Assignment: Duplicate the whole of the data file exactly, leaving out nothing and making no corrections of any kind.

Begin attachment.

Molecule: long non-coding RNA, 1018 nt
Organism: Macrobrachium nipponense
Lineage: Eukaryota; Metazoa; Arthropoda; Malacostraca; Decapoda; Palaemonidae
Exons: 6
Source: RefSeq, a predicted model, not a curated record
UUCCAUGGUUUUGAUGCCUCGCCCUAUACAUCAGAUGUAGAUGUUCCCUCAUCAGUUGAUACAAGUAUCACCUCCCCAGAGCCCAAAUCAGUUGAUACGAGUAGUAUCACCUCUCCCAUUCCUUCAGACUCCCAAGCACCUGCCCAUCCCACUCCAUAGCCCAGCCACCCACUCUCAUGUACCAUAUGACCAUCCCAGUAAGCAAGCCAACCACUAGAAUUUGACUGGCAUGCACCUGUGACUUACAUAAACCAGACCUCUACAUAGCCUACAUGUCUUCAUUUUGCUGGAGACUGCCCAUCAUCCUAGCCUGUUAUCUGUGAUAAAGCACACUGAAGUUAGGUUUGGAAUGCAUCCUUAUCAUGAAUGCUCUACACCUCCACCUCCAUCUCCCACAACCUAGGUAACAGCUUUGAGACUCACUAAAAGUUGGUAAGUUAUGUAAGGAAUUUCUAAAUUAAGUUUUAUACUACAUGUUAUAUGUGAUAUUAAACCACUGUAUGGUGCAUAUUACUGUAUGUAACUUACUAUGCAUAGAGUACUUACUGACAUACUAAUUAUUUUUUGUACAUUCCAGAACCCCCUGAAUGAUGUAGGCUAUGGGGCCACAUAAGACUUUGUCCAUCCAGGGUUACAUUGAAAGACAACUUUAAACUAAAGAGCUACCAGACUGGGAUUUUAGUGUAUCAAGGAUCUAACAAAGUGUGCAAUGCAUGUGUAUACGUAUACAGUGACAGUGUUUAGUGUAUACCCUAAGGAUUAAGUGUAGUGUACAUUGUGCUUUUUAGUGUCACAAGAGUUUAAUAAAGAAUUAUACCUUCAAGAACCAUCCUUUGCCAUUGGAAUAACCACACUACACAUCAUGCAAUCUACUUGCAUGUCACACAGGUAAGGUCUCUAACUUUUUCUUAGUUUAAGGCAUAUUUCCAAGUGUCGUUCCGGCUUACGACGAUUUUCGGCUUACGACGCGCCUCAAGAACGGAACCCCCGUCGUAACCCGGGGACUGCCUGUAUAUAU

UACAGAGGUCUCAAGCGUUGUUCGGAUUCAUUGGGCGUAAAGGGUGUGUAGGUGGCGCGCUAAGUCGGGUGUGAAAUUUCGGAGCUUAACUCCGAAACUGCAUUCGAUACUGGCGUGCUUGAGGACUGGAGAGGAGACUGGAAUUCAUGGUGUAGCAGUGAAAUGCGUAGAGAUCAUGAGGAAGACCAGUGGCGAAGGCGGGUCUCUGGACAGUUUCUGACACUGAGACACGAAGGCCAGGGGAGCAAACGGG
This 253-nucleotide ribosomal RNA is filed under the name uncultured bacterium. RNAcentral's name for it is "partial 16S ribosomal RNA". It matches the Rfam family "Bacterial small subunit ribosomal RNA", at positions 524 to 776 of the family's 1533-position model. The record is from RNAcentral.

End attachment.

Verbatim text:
Molecule: long non-coding RNA, 1018 nt
Organism: Macrobrachium nipponense
Lineage: Eukaryota; Metazoa; Arthropoda; Malacostraca; Decapoda; Palaemonidae
Exons: 6
Source: RefSeq, a predicted model, not a curated record
UUCCAUGGUUUUGAUGCCUCGCCCUAUACAUCAGAUGUAGAUGUUCCCUCAUCAGUUGAUACAAGUAUCACCUCCCCAGAGCCCAAAUCAGUUGAUACGAGUAGUAUCACCUCUCCCAUUCCUUCAGACUCCCAAGCACCUGCCCAUCCCACUCCAUAGCCCAGCCACCCACUCUCAUGUACCAUAUGACCAUCCCAGUAAGCAAGCCAACCACUAGAAUUUGACUGGCAUGCACCUGUGACUUACAUAAACCAGACCUCUACAUAGCCUACAUGUCUUCAUUUUGCUGGAGACUGCCCAUCAUCCUAGCCUGUUAUCUGUGAUAAAGCACACUGAAGUUAGGUUUGGAAUGCAUCCUUAUCAUGAAUGCUCUACACCUCCACCUCCAUCUCCCACAACCUAGGUAACAGCUUUGAGACUCACUAAAAGUUGGUAAGUUAUGUAAGGAAUUUCUAAAUUAAGUUUUAUACUACAUGUUAUAUGUGAUAUUAAACCACUGUAUGGUGCAUAUUACUGUAUGUAACUUACUAUGCAUAGAGUACUUACUGACAUACUAAUUAUUUUUUGUACAUUCCAGAACCCCCUGAAUGAUGUAGGCUAUGGGGCCACAUAAGACUUUGUCCAUCCAGGGUUACAUUGAAAGACAACUUUAAACUAAAGAGCUACCAGACUGGGAUUUUAGUGUAUCAAGGAUCUAACAAAGUGUGCAAUGCAUGUGUAUACGUAUACAGUGACAGUGUUUAGUGUAUACCCUAAGGAUUAAGUGUAGUGUACAUUGUGCUUUUUAGUGUCACAAGAGUUUAAUAAAGAAUUAUACCUUCAAGAACCAUCCUUUGCCAUUGGAAUAACCACACUACACAUCAUGCAAUCUACUUGCAUGUCACACAGGUAAGGUCUCUAACUUUUUCUUAGUUUAAGGCAUAUUUCCAAGUGUCGUUCCGGCUUACGACGAUUUUCGGCUUACGACGCGCCUCAAGAACGGAACCCCCGUCGUAACCCGGGGACUGCCUGUAUAUAU

UACAGAGGUCUCAAGCGUUGUUCGGAUUCAUUGGGCGUAAAGGGUGUGUAGGUGGCGCGCUAAGUCGGGUGUGAAAUUUCGGAGCUUAACUCCGAAACUGCAUUCGAUACUGGCGUGCUUGAGGACUGGAGAGGAGACUGGAAUUCAUGGUGUAGCAGUGAAAUGCGUAGAGAUCAUGAGGAAGACCAGUGGCGAAGGCGGGUCUCUGGACAGUUUCUGACACUGAGACACGAAGGCCAGGGGAGCAAACGGG
This 253-nucleotide ribosomal RNA is filed under the name uncultured bacterium. RNAcentral's name for it is "partial 16S ribosomal RNA". It matches the Rfam family "Bacterial small subunit ribosomal RNA", at positions 524 to 776 of the family's 1533-position model. The record is from RNAcentral.